Roleplaying is optional, and players can be observed playing in many different roles both in and out of character, from organisational, to social, to 'numberchasing' (grinding, especially for skills). Player versus Player interaction is on an opt-in basis, with characters over two days of play old being allowed to remove their protected status. There are some notable exceptions to this - for example, the player councils can hire in-game, NPC (non-player character) assassins to kill a player who hasn't opted for PvP status.

Player councils Edit

The game world includes several political regions. The cities of Ankh-Morpork and Djelibeybi are run by [[councils of elected player magistrates. Despite an effort by the Djelibeybi council (usually referred to as the Klatch council, after the Discworld continent and coding area in which Djelibeybi is located) to seize control over those areas with no player council, it is generally held that there are no written player laws which apply to these areas, and that only the game's acceptable use policy, invariably referred to as "the rules", applies.

Ankh-Morpork has seven magistrates, while the Klatch council has five. Elections are held every six months. The council system is based on the game Nomic.

Mechanics Edit

The fundamental game mechanics of the MUD are based on a 'stat/skill' division, with stats (statistics), relating to intrinsic properties, being semi-permanent, and skills being learnable at cost of experience points. Skill abilities are based on a diminishing returns system, in which your 'bonus', or actual ability, is calculated on a logarithmic basis from your skill level and a geometric mean of related stats. Levels are uncapped, but also rise in experience point cost per level.

Experience points can be gained in a number of ways - in successful combat with NPCs, in the use of guild points (categorised action points), for exploration of areas, in the solution of puzzle-like 'quests' [3], the accomplishment of in-game achievements, and simply by waiting - a very slow rate of 'idle XP' is given to players merely for being online.

The skill system contains a number of quirks and odd features; for example, some skills are used in unexpected ways, such as the skill "other.movement.climbing.rock", which, while it is used for climbing rocks, is typically used to climb virtually any surface which isn't a tree or rope, such as a metal drainpipe. Because of the wide range of uses that skills are put to, individual skills are not documented, so working out what skill you need to perform a given task can sometimes be challenging - for example, the skill "other.direction", typically used to avoid getting lost in extreme circumstances, is also the skill used in both reading and crafting maps.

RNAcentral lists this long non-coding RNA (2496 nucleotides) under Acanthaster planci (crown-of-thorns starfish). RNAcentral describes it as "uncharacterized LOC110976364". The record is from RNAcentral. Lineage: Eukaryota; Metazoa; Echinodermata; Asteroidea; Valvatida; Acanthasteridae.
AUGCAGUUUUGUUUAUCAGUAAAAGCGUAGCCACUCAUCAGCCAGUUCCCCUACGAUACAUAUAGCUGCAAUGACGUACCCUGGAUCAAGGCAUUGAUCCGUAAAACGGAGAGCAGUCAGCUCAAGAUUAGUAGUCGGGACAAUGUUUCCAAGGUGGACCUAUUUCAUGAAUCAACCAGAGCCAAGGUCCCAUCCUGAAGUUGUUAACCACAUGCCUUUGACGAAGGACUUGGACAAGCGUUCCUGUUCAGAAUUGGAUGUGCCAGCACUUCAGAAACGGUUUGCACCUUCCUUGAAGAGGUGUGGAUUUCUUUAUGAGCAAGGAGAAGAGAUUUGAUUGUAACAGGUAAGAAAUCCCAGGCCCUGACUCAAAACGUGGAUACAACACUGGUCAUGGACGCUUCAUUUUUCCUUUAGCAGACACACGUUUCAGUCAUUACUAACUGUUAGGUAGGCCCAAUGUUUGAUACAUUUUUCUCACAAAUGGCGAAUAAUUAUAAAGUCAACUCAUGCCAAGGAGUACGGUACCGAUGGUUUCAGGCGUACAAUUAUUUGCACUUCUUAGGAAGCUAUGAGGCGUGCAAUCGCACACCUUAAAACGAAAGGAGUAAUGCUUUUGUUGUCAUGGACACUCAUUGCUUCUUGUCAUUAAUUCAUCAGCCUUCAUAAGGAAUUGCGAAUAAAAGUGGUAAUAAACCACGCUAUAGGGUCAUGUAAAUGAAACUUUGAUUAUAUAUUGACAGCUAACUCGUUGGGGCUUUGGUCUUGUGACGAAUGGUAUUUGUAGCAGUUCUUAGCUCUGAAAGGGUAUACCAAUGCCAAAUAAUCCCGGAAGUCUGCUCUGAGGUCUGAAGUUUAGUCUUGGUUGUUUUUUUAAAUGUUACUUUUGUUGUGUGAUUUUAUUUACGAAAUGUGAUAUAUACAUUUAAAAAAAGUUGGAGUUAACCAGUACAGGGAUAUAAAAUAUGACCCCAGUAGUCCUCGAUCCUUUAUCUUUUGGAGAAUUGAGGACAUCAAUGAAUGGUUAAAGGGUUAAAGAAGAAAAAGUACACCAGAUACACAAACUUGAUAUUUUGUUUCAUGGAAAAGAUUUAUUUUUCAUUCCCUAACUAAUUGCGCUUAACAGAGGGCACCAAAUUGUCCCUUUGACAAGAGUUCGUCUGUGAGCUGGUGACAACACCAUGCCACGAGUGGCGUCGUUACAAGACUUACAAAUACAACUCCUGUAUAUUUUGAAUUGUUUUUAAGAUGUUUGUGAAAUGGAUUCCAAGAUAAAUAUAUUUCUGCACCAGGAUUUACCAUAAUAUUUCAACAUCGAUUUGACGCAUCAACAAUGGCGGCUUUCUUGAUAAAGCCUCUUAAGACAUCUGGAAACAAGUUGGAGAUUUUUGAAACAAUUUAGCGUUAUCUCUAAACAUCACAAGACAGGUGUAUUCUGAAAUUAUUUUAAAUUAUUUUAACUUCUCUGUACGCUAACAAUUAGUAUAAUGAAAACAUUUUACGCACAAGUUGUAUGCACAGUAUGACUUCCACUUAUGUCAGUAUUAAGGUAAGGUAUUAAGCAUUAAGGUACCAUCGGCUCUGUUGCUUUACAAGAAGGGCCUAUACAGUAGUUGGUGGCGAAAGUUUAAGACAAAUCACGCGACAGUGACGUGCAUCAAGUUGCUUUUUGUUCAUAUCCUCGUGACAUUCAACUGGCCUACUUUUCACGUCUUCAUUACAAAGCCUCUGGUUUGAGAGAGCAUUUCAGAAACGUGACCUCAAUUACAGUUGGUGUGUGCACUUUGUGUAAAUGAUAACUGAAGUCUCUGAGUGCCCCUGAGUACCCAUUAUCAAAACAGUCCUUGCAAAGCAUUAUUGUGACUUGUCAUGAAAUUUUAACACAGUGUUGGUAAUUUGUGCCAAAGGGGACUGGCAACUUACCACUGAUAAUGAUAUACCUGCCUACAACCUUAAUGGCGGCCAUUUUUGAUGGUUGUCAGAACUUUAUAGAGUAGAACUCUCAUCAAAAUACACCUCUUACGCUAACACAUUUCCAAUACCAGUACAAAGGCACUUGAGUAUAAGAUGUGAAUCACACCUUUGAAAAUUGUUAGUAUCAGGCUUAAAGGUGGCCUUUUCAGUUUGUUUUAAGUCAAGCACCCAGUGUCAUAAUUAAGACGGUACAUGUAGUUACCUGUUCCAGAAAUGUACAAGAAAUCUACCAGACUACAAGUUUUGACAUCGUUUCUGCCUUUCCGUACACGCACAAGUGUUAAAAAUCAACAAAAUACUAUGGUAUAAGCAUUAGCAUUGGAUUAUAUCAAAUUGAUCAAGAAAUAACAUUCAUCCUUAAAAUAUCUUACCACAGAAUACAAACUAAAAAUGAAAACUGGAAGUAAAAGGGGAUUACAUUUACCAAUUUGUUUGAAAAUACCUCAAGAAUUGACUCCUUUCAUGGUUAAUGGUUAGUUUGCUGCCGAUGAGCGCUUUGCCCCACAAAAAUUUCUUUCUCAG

The game has circumstantial permanent death - characters begin with seven lives, which can be replaced in-game, but a player who dies with no lives remaining cannot be revived. PvP deaths do not reduce your life total, but otherwise have the same effects.

The majority of the game world is not persistent, resetting areas and objects invisibly, but players' inventories, the contents of rentable houses, and safe deposit box-like vaults are saved.

Guilds Edit

A large part of the original intent for Discworld MUD was to move away from a restrictive class system, and to allow any player to do (almost) anything with enough effort and advancement. However, each character can only join one of a selection of guilds - a combination of class and in-game organisation (which may not necessarily be an actual guild) - and each guild has several unique abilities not shared with any other. Most fairly fundamental abilities such as health, perceptiveness, and swimming skill are not guild-based, however other such abilities, such as guild point regeneration rate, or access to certain powers, such as the ability to backstab or perform rituals, are limited based on guild.

Canon and DivergenceEdit

Content has been worked upon continuously as the Discworld series of books has been growing, therefore there are smatterings of continuity taken from different books introduced in different regions. Additionally, some changes to the world have been made to allow a limited degree of player-control (such as player-elected administration for some of the in-world organisations) rather than using NPCs created from book characters.

The largest divergence from canon, however, is the addition of a range of divine magic not unlike that described in the Warhammer Fantasy or Dungeons and Dragons systems, mostly restricted to a small number of player-worshippable gods.

Mentions in the MediaEdit

  • Total PC Gaming Issue 7 (UK edition) - Came 2nd in Top Three MUD's in the MMO Supplement
  • Total PC Gaming Issue 15 (UK edition) - Special Mention in the MMO suplement in the "We Love" section

ReferencesEdit

See alsoEdit

External linksEdit

This page uses content from Wikipedia. The original article was at Discworld MUD.
The list of authors can be seen in the page history. As with MUD Wiki, the text of Wikipedia is available under the Creative Commons Attribution-Share Alike License 3.0 (Unported) (CC-BY-SA).